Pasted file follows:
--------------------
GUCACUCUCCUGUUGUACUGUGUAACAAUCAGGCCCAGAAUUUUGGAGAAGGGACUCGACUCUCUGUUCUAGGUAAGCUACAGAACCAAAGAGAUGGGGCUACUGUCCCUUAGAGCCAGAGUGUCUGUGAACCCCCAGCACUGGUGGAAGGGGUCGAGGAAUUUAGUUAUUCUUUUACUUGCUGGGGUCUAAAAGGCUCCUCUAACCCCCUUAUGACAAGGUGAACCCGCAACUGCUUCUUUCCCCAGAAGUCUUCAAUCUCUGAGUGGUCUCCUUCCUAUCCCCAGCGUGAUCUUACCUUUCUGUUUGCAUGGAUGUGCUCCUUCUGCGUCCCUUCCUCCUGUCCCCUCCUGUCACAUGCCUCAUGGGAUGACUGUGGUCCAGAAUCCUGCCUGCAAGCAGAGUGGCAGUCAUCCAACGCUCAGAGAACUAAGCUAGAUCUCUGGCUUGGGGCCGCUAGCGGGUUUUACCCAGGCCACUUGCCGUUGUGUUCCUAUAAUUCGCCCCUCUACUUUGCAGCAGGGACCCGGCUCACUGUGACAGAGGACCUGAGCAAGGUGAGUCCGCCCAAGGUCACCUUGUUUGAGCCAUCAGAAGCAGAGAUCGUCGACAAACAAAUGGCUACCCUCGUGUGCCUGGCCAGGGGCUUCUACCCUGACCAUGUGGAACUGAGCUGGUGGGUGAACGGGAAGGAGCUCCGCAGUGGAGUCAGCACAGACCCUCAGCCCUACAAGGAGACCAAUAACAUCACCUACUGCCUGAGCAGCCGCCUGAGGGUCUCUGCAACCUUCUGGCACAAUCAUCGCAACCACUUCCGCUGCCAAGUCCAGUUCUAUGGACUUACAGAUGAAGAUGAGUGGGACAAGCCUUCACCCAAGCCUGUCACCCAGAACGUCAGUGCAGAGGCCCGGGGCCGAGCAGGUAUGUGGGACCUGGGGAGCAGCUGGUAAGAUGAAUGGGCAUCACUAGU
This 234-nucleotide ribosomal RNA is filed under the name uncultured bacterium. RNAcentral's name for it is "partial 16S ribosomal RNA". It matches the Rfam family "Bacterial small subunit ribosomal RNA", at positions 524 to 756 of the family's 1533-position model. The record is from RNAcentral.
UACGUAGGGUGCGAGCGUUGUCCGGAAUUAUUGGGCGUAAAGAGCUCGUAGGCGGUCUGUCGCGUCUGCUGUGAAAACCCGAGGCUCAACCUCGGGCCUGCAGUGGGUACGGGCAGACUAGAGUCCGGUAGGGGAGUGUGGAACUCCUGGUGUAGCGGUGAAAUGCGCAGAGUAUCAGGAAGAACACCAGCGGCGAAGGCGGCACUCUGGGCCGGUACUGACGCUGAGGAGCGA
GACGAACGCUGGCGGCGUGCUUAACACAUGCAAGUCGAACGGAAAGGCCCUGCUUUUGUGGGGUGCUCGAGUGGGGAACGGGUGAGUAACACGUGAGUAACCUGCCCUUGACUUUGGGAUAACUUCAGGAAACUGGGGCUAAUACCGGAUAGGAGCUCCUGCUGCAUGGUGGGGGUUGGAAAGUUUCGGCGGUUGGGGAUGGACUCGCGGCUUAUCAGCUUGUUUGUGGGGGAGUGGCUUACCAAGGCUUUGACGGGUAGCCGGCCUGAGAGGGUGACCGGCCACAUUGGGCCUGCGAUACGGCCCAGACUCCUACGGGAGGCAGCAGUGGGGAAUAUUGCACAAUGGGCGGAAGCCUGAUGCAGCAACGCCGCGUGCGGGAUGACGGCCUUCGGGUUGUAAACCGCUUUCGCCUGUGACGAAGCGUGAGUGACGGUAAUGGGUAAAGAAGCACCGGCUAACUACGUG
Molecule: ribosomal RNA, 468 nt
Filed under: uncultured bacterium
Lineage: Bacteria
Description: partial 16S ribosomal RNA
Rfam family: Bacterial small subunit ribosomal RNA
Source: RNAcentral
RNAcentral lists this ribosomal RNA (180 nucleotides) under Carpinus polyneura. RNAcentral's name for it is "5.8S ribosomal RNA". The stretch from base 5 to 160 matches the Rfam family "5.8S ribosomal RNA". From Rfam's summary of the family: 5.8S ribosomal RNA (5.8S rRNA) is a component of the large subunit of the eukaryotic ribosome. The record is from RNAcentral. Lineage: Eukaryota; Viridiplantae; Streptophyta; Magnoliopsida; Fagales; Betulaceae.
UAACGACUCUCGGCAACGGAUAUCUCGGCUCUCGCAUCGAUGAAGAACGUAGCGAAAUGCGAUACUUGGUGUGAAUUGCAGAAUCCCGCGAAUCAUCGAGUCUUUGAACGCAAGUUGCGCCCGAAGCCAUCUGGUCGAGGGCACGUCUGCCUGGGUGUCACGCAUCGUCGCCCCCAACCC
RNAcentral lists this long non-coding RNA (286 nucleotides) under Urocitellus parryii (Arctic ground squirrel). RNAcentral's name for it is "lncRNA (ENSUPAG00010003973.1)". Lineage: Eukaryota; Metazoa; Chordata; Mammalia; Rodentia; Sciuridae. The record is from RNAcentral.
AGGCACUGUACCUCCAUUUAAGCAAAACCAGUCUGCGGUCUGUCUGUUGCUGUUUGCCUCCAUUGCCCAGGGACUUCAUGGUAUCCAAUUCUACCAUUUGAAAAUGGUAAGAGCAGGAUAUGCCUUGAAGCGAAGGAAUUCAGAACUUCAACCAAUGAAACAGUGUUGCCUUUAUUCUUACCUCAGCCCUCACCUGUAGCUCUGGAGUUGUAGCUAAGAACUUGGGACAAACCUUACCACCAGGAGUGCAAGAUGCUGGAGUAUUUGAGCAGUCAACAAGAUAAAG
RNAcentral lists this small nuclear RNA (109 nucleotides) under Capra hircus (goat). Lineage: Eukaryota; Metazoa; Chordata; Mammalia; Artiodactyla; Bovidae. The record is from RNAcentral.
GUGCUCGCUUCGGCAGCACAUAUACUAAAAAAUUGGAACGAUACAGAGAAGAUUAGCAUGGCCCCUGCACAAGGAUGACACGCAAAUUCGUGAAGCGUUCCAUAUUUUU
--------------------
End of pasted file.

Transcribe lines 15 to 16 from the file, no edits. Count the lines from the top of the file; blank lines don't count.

RNAcentral lists this small nuclear RNA (109 nucleotides) under Capra hircus (goat). Lineage: Eukaryota; Metazoa; Chordata; Mammalia; Artiodactyla; Bovidae. The record is from RNAcentral.
GUGCUCGCUUCGGCAGCACAUAUACUAAAAAAUUGGAACGAUACAGAGAAGAUUAGCAUGGCCCCUGCACAAGGAUGACACGCAAAUUCGUGAAGCGUUCCAUAUUUUU